You’re hanging out on the street and you see a famous actor riding a car with a senior government official. You take out your phone, snap a photo of them and post it online.
A news media website picks up your photo, publishes a story on their website, linking the story to earlier news of the celebrity’s connection to the senior government official, and shares it on social media platforms.
The story finds its way to the government official in the photo. He files a lawsuit, as is his right under the provisions of the cybercrime law, which was ratified by the president on August 18.
First: You will be prosecuted for publishing a personal photo without the consent of the person in it. You can now be punished, in accordance with the cybercrime law, with a minimum of six-month prison term and/or a fine ranging between LE50,000 and LE100,000. The editor, developer and host of the news media website, as well as the social media officer running its accounts – whether that officer works directly for the media outlet or for a third party service provider – will also face the charge of “facilitating a crime punishable by law;” liable to no less than two years in prison and/or a fine ranging between LE20,000 and LE200,000.
What if the investigators find that your internet service provider (ISP) did not collect and retain your browsing data, traffic data and traffic content for the past 180 days? Or that the company hosting the media website did not collect the same information about the website editors? These two companies are now liable to a fine of at least LE5 million and up to LE10 million, and they may lose their licenses to operate in Egypt.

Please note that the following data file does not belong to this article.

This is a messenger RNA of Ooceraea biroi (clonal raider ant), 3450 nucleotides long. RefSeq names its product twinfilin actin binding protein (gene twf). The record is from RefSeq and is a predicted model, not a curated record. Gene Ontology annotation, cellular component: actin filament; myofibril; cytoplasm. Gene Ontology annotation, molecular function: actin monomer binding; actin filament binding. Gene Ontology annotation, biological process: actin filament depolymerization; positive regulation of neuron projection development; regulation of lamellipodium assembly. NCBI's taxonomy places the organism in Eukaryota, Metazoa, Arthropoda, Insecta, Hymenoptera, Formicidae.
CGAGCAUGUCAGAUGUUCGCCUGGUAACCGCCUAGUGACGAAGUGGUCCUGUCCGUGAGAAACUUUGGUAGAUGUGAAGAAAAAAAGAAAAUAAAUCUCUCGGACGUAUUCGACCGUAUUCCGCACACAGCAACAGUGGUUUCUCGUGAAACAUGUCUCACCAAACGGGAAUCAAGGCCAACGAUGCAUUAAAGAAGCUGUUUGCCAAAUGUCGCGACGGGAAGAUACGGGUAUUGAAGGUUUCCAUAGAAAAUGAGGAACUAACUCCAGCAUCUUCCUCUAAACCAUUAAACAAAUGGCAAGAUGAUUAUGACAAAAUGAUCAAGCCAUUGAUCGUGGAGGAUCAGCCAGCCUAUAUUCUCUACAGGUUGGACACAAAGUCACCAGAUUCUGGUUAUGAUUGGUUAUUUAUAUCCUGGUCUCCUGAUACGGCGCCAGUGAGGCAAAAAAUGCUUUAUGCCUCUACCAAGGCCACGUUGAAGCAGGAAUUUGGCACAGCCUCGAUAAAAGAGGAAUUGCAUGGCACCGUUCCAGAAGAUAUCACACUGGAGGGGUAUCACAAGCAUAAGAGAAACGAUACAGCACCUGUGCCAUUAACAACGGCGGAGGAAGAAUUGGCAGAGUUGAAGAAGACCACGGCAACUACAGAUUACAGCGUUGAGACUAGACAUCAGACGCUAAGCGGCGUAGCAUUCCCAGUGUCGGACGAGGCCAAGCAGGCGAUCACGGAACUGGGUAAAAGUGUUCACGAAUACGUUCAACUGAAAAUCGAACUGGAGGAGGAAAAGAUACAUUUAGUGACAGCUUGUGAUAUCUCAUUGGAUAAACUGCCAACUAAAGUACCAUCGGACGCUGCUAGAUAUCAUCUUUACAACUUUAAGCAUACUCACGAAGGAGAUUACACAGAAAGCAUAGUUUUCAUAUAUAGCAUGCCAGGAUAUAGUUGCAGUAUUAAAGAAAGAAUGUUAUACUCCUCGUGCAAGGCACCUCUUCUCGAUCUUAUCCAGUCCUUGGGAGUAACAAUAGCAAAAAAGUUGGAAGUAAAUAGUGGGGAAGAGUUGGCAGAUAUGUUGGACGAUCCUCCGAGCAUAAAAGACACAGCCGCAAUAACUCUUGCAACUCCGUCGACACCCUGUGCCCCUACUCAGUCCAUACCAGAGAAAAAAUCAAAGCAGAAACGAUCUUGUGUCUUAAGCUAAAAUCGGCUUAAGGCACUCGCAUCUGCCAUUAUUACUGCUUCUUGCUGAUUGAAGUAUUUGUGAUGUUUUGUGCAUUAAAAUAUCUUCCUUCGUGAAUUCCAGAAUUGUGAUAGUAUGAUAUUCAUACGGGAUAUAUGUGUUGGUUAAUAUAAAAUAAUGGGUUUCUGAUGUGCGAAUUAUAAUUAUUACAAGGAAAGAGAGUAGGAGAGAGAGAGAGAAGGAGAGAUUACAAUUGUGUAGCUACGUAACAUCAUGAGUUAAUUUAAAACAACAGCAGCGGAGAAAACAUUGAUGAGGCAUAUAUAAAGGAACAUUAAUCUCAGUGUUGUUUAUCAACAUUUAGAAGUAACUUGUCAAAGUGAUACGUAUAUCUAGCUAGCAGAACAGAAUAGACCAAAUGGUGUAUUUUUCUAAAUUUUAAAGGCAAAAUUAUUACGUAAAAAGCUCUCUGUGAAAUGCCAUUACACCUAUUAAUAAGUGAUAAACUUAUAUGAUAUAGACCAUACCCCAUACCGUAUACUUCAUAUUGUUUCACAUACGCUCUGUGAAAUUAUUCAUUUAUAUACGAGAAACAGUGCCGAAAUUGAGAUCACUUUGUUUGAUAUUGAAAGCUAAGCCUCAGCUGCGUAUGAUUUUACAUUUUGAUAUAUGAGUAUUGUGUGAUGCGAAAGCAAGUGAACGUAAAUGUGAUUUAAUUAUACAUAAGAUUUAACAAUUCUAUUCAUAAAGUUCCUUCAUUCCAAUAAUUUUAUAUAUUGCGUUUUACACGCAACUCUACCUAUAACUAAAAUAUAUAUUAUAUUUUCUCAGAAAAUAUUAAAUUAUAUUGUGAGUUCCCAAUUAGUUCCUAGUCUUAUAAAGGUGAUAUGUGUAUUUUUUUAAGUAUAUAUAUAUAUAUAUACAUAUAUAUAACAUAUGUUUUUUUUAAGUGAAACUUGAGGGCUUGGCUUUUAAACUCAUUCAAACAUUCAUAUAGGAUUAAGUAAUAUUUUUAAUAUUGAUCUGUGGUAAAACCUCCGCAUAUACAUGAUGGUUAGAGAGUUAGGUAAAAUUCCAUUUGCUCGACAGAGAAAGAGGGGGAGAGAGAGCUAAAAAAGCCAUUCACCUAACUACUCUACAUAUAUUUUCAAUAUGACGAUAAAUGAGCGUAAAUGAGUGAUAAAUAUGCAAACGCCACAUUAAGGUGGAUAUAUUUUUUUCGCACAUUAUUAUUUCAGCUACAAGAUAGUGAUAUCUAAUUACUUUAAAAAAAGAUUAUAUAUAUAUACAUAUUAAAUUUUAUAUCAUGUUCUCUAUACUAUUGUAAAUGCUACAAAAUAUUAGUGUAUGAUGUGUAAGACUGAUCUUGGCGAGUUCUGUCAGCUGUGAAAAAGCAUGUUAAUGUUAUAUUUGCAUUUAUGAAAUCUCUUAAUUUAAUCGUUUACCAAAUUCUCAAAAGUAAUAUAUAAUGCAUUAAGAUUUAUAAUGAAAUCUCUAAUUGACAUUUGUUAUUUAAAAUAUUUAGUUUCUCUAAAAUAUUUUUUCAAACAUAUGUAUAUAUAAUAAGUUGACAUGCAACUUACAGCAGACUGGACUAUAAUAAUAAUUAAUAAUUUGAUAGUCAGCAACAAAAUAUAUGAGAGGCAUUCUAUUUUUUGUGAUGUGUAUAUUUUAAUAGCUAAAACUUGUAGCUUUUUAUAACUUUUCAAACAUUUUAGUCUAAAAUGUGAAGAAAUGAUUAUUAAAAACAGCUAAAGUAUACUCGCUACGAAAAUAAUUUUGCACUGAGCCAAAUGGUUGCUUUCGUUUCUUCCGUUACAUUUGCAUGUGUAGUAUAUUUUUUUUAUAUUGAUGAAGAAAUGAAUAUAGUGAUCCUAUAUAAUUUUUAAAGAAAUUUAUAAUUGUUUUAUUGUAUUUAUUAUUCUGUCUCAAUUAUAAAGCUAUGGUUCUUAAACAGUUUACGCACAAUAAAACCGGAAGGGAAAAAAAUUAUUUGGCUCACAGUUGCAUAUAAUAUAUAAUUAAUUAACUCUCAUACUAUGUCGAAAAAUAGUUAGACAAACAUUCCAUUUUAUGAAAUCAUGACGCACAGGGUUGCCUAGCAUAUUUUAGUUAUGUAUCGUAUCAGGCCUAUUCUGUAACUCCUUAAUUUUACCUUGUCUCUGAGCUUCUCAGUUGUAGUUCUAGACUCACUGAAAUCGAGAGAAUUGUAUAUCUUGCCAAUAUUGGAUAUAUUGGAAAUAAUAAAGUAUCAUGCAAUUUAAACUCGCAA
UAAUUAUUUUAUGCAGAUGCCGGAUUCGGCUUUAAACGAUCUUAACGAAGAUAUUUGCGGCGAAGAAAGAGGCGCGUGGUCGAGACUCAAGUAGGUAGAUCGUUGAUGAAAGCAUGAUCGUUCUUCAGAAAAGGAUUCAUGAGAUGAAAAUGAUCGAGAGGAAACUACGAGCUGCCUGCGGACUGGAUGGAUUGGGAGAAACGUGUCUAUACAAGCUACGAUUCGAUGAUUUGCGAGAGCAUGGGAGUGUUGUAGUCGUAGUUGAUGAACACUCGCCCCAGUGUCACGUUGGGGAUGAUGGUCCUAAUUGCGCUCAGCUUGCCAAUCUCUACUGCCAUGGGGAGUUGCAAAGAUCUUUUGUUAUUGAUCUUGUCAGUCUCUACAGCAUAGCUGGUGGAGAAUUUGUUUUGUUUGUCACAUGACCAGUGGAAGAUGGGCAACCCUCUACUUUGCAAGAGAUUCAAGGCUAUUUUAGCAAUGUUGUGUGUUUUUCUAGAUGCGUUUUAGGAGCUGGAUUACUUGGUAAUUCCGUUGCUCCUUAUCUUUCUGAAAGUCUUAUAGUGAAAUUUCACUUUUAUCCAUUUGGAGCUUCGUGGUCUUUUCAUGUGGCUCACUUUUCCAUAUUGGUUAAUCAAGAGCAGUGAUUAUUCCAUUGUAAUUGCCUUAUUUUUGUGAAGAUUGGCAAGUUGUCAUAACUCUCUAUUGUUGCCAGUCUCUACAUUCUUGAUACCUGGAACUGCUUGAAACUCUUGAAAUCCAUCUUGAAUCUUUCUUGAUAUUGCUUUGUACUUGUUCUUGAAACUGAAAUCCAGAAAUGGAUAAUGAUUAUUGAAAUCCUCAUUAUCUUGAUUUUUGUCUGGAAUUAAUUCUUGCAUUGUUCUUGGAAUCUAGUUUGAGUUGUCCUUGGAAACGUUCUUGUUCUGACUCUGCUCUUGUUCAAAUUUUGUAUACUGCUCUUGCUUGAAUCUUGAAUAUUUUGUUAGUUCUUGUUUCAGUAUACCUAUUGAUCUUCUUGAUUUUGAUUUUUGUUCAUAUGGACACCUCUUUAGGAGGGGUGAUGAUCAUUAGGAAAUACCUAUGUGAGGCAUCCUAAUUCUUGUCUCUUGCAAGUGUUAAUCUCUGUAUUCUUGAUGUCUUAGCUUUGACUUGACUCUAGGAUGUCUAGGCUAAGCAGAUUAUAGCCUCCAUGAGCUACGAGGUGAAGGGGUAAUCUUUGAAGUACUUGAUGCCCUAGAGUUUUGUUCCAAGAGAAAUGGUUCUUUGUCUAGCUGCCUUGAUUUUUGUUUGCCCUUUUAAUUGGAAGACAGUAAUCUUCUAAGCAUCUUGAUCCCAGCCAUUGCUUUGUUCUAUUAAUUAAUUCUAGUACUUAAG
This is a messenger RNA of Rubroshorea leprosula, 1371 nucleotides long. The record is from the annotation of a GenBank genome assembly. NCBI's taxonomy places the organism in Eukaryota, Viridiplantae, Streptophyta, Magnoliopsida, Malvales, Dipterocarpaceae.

This is an example to illustrate the multiple parties that stand subject to prosecution, under the new cybercrime law, for an everyday act like publishing a photo of a celebrity or public figure in a public place. The law – passed to “protect citizens and safeguard their freedom,” according to head of Parliament’s Communications and Information Technology Committee Nidal al-Saeed – defines a broad scope of penalties that apply to a wide range of persons.
Mada Masr has developed this guide to make sense of how this law will affect our daily activities — whether as casual internet users or as telecom and information technology (IT) professionals who work in web development, system administration, hosting, digital marketing, information security or online journalism.
As a casual user
As a service provider
As a digital security expert
As a web, account, email or information system administrator
If you are a government employee
Conciliation for punishable offenses
Illustrations by Mo Mohsen.
Hassan al-Azhari, a lawyer, reviewed the legal content in this guide.
Illustrations by Mo Mohsen.
Hassan al-Azhari, a lawyer, reviewed the legal content in this guide